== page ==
Psych assessment ordered for Stephen Hopkins, as convicted rapist ponders getting a lawyer

·2 min read
Stephen Hopkins awaits a decision on a psychiatric assessment at Supreme Court in St. John's on Friday morning.  (Malone Mullin/CBC - image credit)
Stephen Hopkins awaits a decision on a psychiatric assessment at Supreme Court in St. John's on Friday morning. (Malone Mullin/CBC - image credit)

Convicted sex offender Stephen Hopkins will seek help from a Legal Aid lawyer for his sentencing hearings, as he prepares to undergo a psychiatric assessment as part of an application that could put him behind bars for the rest of his life.

The St. John's man was convicted on all charges against him, including sexual assault and forcible confinement, on June 17, for his attack on a 17-year-old girl in 2020.

His steadfast refusal to obtain legal representation prolonged his Supreme Court trial with delays and lengthy cross-examination sessions, which he often peppered with insults and accusations against witnesses and Justice Donald Burrage.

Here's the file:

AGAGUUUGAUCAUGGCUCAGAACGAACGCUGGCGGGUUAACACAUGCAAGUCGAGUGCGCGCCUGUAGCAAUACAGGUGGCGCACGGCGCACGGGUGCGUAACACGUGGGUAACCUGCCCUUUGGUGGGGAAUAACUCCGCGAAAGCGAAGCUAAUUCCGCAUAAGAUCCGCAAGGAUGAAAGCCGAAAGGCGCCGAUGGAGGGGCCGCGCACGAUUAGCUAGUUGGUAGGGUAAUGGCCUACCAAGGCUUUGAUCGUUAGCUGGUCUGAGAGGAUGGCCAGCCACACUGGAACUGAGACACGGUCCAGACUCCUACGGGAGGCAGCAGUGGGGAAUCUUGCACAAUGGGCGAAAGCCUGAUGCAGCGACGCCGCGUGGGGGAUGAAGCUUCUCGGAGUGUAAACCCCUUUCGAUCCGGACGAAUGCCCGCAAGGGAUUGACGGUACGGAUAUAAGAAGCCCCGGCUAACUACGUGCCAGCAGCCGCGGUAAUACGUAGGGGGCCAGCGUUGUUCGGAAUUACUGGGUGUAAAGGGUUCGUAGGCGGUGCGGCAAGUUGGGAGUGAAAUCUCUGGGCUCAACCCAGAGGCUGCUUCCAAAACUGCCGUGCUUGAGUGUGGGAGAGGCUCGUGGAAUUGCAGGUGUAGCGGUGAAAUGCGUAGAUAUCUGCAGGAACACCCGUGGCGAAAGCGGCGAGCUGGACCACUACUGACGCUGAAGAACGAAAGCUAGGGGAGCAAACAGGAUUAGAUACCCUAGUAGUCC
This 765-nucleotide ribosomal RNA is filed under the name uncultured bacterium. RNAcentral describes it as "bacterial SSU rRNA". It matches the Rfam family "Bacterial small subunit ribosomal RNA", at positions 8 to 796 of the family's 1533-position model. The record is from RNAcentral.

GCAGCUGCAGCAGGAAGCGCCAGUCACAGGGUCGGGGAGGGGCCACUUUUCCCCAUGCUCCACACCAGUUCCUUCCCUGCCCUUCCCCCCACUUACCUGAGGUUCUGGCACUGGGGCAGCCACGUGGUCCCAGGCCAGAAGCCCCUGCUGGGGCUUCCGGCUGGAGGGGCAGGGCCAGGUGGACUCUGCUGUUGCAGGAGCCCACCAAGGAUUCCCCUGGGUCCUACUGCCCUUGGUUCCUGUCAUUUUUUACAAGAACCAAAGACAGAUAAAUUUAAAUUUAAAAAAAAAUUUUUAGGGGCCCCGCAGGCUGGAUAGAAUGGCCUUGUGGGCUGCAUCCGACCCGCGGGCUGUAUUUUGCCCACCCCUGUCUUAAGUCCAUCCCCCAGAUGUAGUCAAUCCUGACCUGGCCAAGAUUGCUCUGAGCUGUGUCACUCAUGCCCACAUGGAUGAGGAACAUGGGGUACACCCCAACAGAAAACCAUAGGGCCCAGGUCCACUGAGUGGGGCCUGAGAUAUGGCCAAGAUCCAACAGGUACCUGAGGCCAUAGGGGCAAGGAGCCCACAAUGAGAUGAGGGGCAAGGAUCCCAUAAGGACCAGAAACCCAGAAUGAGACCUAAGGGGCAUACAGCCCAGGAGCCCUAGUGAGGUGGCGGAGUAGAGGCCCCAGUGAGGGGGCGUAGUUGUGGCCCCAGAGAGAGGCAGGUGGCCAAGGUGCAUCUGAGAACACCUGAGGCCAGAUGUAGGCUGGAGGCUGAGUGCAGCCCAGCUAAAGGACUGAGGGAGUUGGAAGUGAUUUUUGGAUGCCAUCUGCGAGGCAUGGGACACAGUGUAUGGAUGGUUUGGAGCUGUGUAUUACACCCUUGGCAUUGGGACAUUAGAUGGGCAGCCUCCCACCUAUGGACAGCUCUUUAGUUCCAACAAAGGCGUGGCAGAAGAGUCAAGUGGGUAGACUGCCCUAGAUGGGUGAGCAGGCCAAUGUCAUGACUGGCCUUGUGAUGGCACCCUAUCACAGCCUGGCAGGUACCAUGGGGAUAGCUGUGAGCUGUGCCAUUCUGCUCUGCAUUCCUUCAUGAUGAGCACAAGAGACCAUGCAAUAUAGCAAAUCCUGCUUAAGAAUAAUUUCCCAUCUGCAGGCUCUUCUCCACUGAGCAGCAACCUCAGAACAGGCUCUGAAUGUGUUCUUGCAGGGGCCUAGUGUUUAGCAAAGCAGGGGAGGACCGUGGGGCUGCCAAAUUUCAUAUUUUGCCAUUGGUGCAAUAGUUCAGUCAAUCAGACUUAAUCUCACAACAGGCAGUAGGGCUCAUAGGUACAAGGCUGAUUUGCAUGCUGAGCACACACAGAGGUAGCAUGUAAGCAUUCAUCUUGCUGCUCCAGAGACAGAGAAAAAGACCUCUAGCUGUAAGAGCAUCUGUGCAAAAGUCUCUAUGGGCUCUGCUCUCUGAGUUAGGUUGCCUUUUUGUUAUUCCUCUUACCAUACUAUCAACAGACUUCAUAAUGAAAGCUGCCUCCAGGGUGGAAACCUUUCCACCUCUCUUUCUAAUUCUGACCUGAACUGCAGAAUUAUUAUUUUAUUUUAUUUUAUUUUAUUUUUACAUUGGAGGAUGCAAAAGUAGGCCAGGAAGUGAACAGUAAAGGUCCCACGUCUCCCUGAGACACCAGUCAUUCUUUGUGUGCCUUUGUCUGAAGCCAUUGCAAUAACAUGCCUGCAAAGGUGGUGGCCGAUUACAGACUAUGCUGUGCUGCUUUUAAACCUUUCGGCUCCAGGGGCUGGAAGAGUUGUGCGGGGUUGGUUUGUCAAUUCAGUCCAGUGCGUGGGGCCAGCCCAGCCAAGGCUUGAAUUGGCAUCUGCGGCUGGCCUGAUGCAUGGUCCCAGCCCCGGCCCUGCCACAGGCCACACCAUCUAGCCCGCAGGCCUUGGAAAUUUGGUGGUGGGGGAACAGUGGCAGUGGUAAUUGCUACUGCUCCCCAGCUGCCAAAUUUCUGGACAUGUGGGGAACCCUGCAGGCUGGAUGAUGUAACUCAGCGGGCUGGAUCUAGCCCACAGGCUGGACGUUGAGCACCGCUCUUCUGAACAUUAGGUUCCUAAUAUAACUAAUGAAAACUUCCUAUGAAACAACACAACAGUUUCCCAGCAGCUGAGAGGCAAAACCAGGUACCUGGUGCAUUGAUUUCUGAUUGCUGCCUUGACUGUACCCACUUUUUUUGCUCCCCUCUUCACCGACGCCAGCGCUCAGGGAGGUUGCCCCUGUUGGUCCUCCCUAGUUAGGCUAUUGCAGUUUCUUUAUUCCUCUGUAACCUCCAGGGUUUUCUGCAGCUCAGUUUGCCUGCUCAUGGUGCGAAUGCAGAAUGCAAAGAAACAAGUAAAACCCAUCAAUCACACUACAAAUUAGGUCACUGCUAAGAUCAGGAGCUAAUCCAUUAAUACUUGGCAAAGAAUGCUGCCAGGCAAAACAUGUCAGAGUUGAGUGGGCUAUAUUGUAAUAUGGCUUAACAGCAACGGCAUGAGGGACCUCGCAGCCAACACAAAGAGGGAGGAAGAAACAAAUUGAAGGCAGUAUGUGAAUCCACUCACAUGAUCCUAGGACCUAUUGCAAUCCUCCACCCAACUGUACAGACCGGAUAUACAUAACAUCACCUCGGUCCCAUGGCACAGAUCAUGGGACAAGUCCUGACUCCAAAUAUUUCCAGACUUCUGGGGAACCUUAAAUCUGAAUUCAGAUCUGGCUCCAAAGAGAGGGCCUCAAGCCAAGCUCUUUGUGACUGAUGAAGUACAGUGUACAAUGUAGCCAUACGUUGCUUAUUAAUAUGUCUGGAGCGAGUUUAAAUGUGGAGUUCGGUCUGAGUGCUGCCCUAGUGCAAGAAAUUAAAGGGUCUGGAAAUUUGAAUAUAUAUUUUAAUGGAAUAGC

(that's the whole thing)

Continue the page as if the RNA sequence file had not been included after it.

On Friday, in a short hearing, Burrage stressed the severity of his conviction.

"I would, as I have in the past, strongly advise you have a lawyer representing you going forward," Burrage told him.

"These charges are serious.… You are ill-equipped to represent yourself, however you may think otherwise. So swallow whatever's driving you, be it pride or whatever else, and get a lawyer. I can't say it any clearer."

Hopkins insisted several times that he would be asking Legal Aid for "counsel but not representation" and said he had not yet been assigned an attorney.

He will undergo a psychiatric assessment ordered by Burrage on Friday as part of the Crown's application for dangerous offender status, a designation reserved for Canada's most violent criminals and sexual predators.

Burrage pointed to Hopkins's previous sex assault conviction, plus a record of his interactions with the Royal Newfoundland Constabulary, as reasonable grounds for that evaluation.

Crown attorneys can seek the designation during sentencing and must show there's a high risk the criminal will commit violent or sexual offences in the future. Prosecutor Jennifer Standen argued in her application that Hopkins showed a pattern of failing to restrain his behaviour and sexual impulses.

The "dangerous offender" designation carries an automatic sentence of imprisonment for an indeterminate period, with no chance of parole for seven years.

A doctor has 90 days to perform a psychiatric assessment and prepare a report, meaning Hopkins won't return to court until Sept. 14 for a status update.

He will remain in custody at the Waterford Hospital for 60 days while the assessment is completed, and incarcerated until his next hearing.

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